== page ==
Under sunshine, blue skies and the shadows cast by City Hall, City Councilman Martin O'Malley was sworn in yesterday as Baltimore's 47th mayor, pledging to make neighborhoods such as Cherry Hill, East Baltimore and Penn North as safe as the more upscale enclaves of Guilford, Roland Park and Homeland.
With his wife and three small children by his side, the 36-year-old lawyer completed the oath of office delivered by city Clerk of Courts Frank M. Conaway at 12: 42 p.m. He then stepped to the microphone to ask thousands of residents gathered around War Memorial Plaza to help restore a city shattered by poverty, drugs and violence.
"The best days in life are not perfect days," O'Malley said, his voice trembling with resolve and echoing off the stately War Memorial building. "The best days are those when, out of failure and despair, you take on a new challenge. And you feel alive with the promise of what might be."
While other American cities have experienced sharp drops in violent crime and murder, O'Malley inherits a city struggling to keep the number of homicides below 300 for the first time in nine years.
Yesterday's inauguration -- which resembled a presidential induction -- was marred by the citywide dragnet for three suspected killers of five woman slain in a Belair-Edison home on Sunday, a crime that departing Mayor Kurt L. Schmoke called one of the worst in his 12-year tenure.
O'Malley begins his first full day in office today after besting 27 candidates in the first mayoral race in 28 years that lacked an incumbent mayor running.
The white Montgomery County native won in this predominantly African-American city by promising to reduce rampant open-air drug dealing and the violence that accompanies it.
Reflecting on a prayer written by St. Francis of Assisi, O'Malley called for healing, unity and compassion.
"This is my prayer for the city," O'Malley said. "To heal, to unite and to bring home those who have lost their way, to restore compassion, to build respect and to achieve justice here and now in this place, our place, Baltimore, the greatest city in America."
O'Malley used the 75-minute swearing-in ceremony to bring together all of the city's races, religions and cultures.
The entertainment included a Korean dance company, a Native American dance troupe, the Sandtown Children's Choir, the Winston Middle School Jazz Band and the Morgan State University Band, which opened the induction with the O'Malley campaign theme song, "Fanfare for the Common Man."
The musical diversity was matched by the range of spiritual leaders on the stage. Cardinal William H. Keeler of the Baltimore Archdiocese delivered a prayer, as did Rabbi Herman N. Neuberger. The main invocation was by the Rev. Frank M. Reid III, pastor of the city's largest African-American congregation, Bethel AME Church.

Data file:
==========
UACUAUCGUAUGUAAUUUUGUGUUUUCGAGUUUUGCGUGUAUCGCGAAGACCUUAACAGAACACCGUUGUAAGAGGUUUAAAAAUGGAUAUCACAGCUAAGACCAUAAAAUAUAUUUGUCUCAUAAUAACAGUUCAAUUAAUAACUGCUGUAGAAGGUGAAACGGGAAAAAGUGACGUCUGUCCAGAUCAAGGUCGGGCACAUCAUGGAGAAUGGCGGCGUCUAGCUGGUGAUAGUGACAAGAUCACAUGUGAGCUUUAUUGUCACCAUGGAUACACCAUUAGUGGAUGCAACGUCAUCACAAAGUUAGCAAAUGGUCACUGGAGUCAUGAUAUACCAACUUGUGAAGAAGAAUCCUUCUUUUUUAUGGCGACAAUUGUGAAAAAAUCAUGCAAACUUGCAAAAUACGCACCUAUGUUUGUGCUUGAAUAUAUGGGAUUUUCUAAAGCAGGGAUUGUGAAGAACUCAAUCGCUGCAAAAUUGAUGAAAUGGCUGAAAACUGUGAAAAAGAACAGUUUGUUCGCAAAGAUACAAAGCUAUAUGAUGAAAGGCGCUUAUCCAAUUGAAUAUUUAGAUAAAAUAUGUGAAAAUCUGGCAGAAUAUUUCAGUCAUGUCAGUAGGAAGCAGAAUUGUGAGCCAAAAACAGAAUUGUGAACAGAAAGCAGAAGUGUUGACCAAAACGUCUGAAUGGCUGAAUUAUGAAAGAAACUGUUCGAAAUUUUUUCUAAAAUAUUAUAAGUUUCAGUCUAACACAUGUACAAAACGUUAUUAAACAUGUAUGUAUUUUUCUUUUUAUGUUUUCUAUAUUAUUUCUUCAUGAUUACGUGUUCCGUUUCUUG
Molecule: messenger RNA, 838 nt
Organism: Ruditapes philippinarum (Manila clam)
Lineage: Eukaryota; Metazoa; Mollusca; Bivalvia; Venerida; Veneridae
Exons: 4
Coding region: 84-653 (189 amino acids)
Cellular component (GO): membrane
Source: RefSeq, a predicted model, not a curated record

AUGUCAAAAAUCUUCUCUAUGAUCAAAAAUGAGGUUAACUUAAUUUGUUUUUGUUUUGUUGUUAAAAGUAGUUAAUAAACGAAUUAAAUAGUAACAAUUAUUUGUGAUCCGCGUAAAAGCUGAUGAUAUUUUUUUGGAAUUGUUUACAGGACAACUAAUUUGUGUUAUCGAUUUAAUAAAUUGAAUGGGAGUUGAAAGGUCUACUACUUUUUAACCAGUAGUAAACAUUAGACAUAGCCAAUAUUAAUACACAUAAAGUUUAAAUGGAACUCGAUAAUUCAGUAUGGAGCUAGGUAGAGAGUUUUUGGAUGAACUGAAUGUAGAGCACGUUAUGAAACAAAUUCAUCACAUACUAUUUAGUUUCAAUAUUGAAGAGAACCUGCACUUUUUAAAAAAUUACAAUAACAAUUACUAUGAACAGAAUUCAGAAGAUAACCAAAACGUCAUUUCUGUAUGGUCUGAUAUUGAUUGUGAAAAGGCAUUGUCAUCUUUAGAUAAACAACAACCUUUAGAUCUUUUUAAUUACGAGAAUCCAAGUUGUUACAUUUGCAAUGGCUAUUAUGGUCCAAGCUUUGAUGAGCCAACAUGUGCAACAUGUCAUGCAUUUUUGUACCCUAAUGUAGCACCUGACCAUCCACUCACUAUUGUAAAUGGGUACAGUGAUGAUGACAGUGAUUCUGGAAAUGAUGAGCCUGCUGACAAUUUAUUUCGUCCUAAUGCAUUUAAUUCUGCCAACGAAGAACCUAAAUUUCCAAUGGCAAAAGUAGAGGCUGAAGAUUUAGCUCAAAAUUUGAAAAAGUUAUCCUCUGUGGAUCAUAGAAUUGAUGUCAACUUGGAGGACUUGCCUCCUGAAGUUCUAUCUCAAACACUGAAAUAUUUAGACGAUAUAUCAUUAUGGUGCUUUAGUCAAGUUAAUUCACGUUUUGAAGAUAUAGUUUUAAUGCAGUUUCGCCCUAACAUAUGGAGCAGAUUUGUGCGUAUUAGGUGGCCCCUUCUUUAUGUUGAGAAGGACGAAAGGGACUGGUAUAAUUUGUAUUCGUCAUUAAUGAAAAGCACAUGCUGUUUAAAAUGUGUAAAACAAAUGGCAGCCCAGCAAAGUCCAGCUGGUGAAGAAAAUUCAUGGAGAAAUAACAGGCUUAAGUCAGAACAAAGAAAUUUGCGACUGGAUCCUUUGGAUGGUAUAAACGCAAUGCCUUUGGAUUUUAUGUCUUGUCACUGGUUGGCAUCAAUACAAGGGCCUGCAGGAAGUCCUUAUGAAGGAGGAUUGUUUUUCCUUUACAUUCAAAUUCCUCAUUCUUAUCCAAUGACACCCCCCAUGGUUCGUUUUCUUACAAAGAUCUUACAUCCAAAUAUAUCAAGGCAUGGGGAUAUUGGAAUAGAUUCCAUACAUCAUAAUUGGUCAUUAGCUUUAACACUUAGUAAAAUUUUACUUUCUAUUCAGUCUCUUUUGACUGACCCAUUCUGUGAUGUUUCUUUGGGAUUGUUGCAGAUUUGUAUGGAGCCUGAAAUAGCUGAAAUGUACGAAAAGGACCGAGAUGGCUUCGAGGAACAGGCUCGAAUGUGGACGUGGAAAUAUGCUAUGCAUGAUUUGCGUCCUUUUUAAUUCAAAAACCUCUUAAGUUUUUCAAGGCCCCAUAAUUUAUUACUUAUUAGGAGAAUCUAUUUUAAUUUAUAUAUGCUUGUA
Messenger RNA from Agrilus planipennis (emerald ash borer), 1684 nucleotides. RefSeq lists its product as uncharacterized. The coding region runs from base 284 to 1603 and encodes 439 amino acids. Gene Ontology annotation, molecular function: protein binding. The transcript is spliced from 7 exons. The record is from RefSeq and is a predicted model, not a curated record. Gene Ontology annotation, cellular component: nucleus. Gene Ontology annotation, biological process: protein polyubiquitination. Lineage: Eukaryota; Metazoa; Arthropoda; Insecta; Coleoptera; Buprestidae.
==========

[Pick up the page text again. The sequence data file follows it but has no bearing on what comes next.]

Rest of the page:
"Education as usual is no longer acceptable," said Reid, Schmoke's stepbrother. "Economic development as usual is no longer acceptable, policing as usual is no longer acceptable. We declare a new Baltimore from this day forward."
NAACP President Kweisi Mfume, who declined a citizen draft effort to draw him into the race, served as the master of ceremonies. The former West Baltimore councilman and congressman thanked Schmoke for his 12 years of service, calling him a "prudent archer" who targeted open and honest government.
Former mayors attend
Also in attendance were former Mayors William Donald Schaefer, Thomas D'Alesandro III, J. Harold Grady and Clarence H. Du Burns.
Schmoke, who will take a job with the Washington law firm Wilmer, Cutler and Pickering, then introduced O'Malley, calling him a "young, energetic, family-oriented leader."
"A leader is a dealer of hope," Schmoke said. "Let us rally around Martin O'Malley."
But the unquestionable stars of the ceremony were the O'Malley girls -- Grace, 8, and Tara, 7. The two thanked the crowd for being nice to their family during the campaign.
"When my dad decided to run for mayor, a lot of people said he was crazy," Tara said, igniting laughter throughout the crowd. "But my mom said not to listen to those people. She said it's important to stand up for what you believe in."
Reminiscent of JFK
The event reminded many of the inauguration of another Irish-American politician -- President John F. Kennedy. Much like Kennedy, who delivered his address on a blustery day in 1961, the hatless O'Malley stepped down from the City Hall balcony in a long black topcoat before taking the stage. His 2-year-old son, William, ran up and down the stage leaping onto the lap of his mother, Katie, looking much like John-John Kennedy.
"It was eerie," said Steven J. Fugate, president of the Baltimore Fire Officers Association union. "The only thing missing was the Boston accent."
Theresa Wedlok, a 43-year-old African-American resident of Northeast Baltimore who watched the event wearing a baseball cap with "Jesus" scrawled on the bill, agreed.